viernes, 6 de mayo de 2016

Many Heart Bypass Patients Don't Take Needed Meds: MedlinePlus

Many Heart Bypass Patients Don't Take Needed Meds: MedlinePlus

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Many Heart Bypass Patients Don't Take Needed Meds

Cardiologist says they need to understand surgery not a 'cure' for their disease
By Robert Preidt
Wednesday, May 4, 2016
WEDNESDAY, May 4, 2016 (HealthDay News) -- Many heart bypass patients are skipping medications meant to maintain smooth blood flow in their repaired veins, a new study finds.
"It is important for patients to understand that bypass surgery is a second chance, not a cure for their disease," Dr. Michael Savage, a professor of cardiology at Thomas Jefferson University in Philadelphia, said in a university news release.
Research has shown that taking statins and aspirin helps keep vein grafts used in bypass surgery open over the long term, and the American College of Cardiology and the American Heart Association recommend taking both medications unless they are unsafe for a patient.
But among the more than 400 patients in the study, only 52 percent were taking the recommended combination of statins and aspirin. Sixty-seven percent were taking just a statin and 75 percent were using aspirin only. Those who were not taking a statin had higher levels of "bad" LDL cholesterol, the researchers found.
"This [finding] suggests complacency, not only among patients, but also among health care providers regarding the need to continue appropriate prevention measures after successful heart surgery," said Savage, who is director of the Angioplasty Center and Cardiac Catheterization Lab at Thomas Jefferson University Hospital.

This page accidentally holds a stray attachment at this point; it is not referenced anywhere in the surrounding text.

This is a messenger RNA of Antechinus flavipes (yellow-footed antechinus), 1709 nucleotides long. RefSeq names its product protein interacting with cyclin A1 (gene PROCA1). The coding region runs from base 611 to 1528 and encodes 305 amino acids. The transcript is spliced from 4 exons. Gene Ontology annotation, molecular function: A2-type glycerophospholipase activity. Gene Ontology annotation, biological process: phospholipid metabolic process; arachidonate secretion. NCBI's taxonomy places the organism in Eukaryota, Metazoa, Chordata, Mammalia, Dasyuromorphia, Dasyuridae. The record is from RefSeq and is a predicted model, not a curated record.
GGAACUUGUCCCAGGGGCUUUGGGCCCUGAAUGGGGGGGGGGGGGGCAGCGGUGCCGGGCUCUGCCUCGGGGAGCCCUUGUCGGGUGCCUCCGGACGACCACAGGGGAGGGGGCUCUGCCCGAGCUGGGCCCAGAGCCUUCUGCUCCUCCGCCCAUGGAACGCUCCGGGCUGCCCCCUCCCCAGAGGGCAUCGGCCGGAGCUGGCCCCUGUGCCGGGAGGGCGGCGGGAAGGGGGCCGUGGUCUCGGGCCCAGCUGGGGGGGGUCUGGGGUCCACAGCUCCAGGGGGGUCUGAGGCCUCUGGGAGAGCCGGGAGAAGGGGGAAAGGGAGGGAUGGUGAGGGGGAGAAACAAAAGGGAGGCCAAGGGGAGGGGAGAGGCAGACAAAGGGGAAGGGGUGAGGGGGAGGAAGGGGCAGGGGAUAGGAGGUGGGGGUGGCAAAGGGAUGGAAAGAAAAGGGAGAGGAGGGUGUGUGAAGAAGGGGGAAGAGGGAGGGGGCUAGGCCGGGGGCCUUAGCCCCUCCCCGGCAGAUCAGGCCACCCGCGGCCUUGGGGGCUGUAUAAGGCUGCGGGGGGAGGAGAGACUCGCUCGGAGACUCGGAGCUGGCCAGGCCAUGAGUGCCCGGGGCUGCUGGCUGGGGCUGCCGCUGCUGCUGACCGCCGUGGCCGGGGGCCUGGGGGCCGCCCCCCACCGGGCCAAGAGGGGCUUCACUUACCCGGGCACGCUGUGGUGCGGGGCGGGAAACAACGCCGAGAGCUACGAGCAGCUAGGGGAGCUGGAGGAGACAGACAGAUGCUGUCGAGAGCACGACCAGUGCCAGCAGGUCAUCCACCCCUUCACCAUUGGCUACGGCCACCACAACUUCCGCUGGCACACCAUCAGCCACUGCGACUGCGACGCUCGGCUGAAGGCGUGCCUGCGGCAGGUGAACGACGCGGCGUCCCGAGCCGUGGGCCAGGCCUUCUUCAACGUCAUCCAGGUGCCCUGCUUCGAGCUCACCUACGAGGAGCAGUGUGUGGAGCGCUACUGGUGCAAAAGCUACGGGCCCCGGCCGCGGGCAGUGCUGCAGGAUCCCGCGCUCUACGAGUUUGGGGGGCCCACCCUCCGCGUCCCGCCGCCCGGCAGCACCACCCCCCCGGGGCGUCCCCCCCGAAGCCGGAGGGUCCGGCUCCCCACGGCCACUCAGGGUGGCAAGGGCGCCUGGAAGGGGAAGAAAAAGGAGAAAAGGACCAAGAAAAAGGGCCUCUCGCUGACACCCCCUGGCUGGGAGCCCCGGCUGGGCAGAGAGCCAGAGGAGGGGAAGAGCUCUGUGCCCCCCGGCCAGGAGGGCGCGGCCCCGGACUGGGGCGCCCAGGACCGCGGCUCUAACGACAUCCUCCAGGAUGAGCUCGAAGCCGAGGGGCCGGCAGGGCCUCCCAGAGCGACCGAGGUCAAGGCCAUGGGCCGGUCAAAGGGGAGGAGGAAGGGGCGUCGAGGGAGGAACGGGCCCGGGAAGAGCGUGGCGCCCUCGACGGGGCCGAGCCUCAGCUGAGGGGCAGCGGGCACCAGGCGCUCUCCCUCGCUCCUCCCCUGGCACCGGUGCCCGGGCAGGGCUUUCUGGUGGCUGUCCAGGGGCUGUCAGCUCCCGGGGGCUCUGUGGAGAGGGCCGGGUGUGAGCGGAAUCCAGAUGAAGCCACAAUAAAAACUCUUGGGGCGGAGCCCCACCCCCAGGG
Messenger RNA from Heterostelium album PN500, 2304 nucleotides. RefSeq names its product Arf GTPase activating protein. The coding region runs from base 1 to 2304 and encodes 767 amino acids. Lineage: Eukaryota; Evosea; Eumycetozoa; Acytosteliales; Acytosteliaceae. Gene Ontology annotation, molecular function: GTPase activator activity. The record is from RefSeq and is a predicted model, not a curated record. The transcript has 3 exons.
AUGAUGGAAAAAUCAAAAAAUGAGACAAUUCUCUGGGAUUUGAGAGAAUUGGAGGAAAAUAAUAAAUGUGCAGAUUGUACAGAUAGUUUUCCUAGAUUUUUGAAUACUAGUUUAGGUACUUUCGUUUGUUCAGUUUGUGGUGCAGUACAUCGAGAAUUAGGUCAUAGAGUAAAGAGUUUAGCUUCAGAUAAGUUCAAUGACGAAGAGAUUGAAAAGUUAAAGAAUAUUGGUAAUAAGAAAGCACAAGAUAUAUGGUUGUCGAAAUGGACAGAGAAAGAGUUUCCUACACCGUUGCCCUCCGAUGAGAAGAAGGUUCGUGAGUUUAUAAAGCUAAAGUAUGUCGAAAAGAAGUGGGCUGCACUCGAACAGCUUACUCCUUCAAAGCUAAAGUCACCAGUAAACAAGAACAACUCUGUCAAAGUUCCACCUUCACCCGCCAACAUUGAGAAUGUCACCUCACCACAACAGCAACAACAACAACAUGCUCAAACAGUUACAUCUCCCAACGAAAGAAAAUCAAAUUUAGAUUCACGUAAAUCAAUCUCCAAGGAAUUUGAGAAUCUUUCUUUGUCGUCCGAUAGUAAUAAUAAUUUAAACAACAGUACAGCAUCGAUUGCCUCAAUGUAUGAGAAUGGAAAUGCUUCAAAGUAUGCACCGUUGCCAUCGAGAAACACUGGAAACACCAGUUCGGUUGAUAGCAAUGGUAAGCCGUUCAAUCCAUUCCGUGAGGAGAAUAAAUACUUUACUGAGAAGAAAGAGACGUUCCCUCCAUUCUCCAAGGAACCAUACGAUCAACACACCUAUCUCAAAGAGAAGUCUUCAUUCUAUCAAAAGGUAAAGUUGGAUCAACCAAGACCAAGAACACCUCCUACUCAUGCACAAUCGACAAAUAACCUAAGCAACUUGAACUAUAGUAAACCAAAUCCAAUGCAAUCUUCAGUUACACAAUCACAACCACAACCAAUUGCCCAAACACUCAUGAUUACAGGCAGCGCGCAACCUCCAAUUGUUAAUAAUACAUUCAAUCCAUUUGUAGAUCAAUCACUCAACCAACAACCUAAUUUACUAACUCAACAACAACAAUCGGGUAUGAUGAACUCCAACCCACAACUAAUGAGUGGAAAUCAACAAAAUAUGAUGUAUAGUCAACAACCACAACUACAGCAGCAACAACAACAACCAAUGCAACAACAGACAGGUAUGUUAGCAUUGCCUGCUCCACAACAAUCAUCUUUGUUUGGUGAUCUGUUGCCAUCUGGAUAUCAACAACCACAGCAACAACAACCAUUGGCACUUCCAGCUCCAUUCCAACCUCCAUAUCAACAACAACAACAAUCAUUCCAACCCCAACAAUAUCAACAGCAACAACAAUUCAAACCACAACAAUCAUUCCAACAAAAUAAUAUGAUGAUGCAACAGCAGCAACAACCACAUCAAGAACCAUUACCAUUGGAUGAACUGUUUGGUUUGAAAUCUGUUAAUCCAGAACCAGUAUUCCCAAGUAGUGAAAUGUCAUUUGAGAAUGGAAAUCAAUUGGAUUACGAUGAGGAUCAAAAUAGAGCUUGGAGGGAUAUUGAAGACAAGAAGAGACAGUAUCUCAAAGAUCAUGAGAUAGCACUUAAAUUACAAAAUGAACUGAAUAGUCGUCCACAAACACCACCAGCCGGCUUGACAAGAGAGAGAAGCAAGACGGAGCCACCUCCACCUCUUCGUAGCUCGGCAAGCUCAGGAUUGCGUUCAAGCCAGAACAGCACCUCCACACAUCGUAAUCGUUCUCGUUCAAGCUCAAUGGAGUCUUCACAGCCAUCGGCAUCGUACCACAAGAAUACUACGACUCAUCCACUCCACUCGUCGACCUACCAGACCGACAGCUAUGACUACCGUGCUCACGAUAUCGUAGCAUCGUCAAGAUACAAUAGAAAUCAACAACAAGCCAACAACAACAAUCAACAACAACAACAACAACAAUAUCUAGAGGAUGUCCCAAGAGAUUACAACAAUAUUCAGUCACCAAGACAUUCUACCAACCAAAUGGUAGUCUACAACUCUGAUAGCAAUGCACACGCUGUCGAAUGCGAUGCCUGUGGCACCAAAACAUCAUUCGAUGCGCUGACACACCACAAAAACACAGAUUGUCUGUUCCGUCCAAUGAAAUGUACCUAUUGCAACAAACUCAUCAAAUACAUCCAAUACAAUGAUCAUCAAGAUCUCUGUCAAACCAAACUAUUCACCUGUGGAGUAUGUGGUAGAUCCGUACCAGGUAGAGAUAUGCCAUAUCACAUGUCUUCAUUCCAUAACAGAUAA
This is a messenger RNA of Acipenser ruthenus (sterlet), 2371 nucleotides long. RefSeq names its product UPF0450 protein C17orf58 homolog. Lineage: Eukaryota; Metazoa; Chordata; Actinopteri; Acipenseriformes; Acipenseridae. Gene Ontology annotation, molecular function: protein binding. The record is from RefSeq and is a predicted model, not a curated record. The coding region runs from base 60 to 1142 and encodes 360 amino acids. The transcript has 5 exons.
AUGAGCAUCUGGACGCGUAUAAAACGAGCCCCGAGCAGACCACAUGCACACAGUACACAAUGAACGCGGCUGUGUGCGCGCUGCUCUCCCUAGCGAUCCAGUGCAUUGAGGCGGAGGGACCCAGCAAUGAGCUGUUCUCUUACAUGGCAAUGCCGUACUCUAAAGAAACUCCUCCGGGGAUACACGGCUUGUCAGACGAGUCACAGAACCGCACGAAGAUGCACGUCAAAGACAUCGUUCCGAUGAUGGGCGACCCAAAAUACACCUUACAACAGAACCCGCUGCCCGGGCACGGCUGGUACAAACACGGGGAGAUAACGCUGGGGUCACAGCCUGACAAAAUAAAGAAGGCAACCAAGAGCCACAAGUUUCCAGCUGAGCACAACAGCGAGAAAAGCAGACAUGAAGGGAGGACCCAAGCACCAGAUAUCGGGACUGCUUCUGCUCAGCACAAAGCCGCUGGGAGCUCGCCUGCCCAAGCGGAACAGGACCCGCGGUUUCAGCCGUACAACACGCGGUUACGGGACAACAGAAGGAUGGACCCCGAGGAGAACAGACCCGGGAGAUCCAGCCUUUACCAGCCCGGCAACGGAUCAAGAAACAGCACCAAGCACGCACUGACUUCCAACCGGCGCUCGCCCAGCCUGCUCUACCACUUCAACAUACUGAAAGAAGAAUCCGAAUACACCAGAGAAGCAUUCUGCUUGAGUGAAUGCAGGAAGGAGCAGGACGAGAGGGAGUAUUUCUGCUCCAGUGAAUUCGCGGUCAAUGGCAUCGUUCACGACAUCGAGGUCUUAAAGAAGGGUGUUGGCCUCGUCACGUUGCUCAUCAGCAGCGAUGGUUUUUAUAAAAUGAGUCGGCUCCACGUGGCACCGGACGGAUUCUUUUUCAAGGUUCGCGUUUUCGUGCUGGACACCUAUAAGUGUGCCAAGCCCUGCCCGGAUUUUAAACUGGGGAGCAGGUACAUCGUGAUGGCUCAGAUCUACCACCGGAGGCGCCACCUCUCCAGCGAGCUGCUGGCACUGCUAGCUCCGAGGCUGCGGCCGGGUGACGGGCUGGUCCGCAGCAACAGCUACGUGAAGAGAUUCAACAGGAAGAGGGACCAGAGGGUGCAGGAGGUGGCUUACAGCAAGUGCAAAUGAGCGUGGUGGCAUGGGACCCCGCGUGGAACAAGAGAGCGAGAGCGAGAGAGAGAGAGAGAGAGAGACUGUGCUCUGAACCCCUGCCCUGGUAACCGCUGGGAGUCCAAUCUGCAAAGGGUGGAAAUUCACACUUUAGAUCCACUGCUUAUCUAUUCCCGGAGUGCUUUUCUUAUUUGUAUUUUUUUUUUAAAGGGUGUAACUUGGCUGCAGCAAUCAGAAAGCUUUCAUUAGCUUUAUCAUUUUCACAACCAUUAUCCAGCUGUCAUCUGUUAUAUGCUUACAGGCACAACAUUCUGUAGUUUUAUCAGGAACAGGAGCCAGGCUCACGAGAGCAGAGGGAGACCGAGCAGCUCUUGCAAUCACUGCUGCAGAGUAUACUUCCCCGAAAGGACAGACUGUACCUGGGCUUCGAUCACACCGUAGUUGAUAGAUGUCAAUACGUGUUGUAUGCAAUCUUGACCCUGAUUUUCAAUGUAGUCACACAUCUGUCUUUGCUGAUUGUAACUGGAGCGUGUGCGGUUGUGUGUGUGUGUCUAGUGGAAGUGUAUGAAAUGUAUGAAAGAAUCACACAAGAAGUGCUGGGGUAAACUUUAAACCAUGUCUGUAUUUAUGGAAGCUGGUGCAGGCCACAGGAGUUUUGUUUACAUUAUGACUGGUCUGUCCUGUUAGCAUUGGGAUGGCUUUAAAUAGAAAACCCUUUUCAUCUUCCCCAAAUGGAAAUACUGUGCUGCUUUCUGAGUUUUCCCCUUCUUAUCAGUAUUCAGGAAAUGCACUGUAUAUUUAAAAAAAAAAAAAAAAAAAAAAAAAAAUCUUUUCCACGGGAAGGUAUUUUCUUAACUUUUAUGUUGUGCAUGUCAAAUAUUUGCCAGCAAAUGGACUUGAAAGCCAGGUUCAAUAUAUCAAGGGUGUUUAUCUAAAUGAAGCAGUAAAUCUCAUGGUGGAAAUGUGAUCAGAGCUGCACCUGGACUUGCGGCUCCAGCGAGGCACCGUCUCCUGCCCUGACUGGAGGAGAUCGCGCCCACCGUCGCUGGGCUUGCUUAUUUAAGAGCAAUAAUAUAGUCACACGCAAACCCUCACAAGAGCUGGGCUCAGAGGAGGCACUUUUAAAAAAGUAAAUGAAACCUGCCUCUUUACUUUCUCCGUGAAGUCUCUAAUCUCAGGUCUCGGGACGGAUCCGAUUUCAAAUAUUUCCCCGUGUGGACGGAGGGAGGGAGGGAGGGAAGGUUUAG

Study first author Dr. Kevin Curl added, "Our findings highlight the need for coordinated efforts in educating health care providers and patients to improve long-term medication usage in this high-risk population." Curl is with the division of cardiology at Thomas Jefferson.
The study was published recently in the American Journal of Cardiology.
SOURCE: Thomas Jefferson University, news release, May 2, 2016
News stories are provided by HealthDay and do not reflect the views of MedlinePlus, the National Library of Medicine, the National Institutes of Health, the U.S. Department of Health and Human Services, or federal policy.
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